At a country level, tax revenue is an important indicator of economic development. We felt it is important to analyze whether a country’s tax revenue as a percentage of GDP has any association with innovation in terms of patents owned by foreign residents (Fig. 4).
Fig. 4

Tax revenue as a percentage of GDP and patents owned by foreign residents

As shown in Fig. 4, we calculated an index using the ratio of patents owned by foreign residents and the tax revenue as a percentage of GDP, in order to obtain a comparative assessment for each country. We show benchmarks for the variables. For the ratio of patents owned by foreign residents, values under 10 are highlighted in red to indicate poor performance, and values over 20, in green to indicate high performance. For tax revenue as percentage of GDP, values above 200 are highlighted in yellow to denote good performance. For the index, values under 0.12 are highlighted in red to indicate poor performance while values over 0.12 are highlighted in green to indicate good performance. Figure 4 shows that countries such as Sweden, France, Finland, and Austria have high tax revenues as percentage of GDP but show a low ratio of patents owned by foreign residents. On the other hand, countries such as Luxembourg and Iceland with low tax revenue as a percentage of GDP have a higher ratio of patents owned by foreign residents. There seems to be an inverse association between tax revenue (as a percentage of GDP) and patents owned by foreign residents. Countries with high foreign ownership of patents experience a decrease in tax revenues. This is a relevant finding on patents/IP and it has important implications that will be discussed in the “Conclusions” section.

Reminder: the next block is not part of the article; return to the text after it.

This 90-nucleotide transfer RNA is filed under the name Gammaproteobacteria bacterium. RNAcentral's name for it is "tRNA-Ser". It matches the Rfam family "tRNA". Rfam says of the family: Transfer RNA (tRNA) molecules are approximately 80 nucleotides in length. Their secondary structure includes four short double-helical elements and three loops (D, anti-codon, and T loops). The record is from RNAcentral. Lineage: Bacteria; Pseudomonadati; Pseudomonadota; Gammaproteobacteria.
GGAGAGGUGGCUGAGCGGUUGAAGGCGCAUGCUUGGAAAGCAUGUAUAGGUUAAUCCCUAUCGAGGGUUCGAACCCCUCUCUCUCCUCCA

Real minimum wage and PCT patent applications per 10,000 inhabitants

We looked to see whether real minimum wages (as an economic indicator) has any relationship with innovation indicated by PCT patent applications per 10,000 inhabitants (Fig. 5). Real hourly and annual minimum wages are statutory minimum wages converted into a common hourly and annual pay period (in US$) for the OECD countries for which they are available. The numbers are deflated by the national Consumer Price Indices (CPI).
Fig. 5

Real minimum wage and PCT patent applications

Figure 5 lists the countries in descending order of real minimum wages (in US$). The values of PCT patent applications per 10,000 inhabitants that are above 1.0 are highlighted. The countries of Netherlands, Belgium, and Ireland have the highest real minimum wages. These countries also have an elevated number of patent applications per 10,000 inhabitants. Countries like Mexico, Chile, Estonia, and the Slovak Republic have low real minimum wages and a correspondingly low number of PCT patent applications per 10,000 inhabitants. There is a positive association between real minimum wages and the number of patent applications, in that the higher the real minimum wages, the higher the level of innovation reflected by patent applications. Thus, countries that foster higher standards of living and better work conditions (through higher minimum wages) also foster more innovation and growth. Korea is an exception in that it has a high level of patent applications despite an average minimum wage. This phenomenon can be attributed to it being the headquarters for Samsung, the multinational telecommunication giant. In terms of patents, our rankings are consistent with the 2015 ranking of Bloomberg’s innovative countries (Bloomberg 2015) thereby demonstrating that these countries have sustained their innovation over the years 2010 to 2015.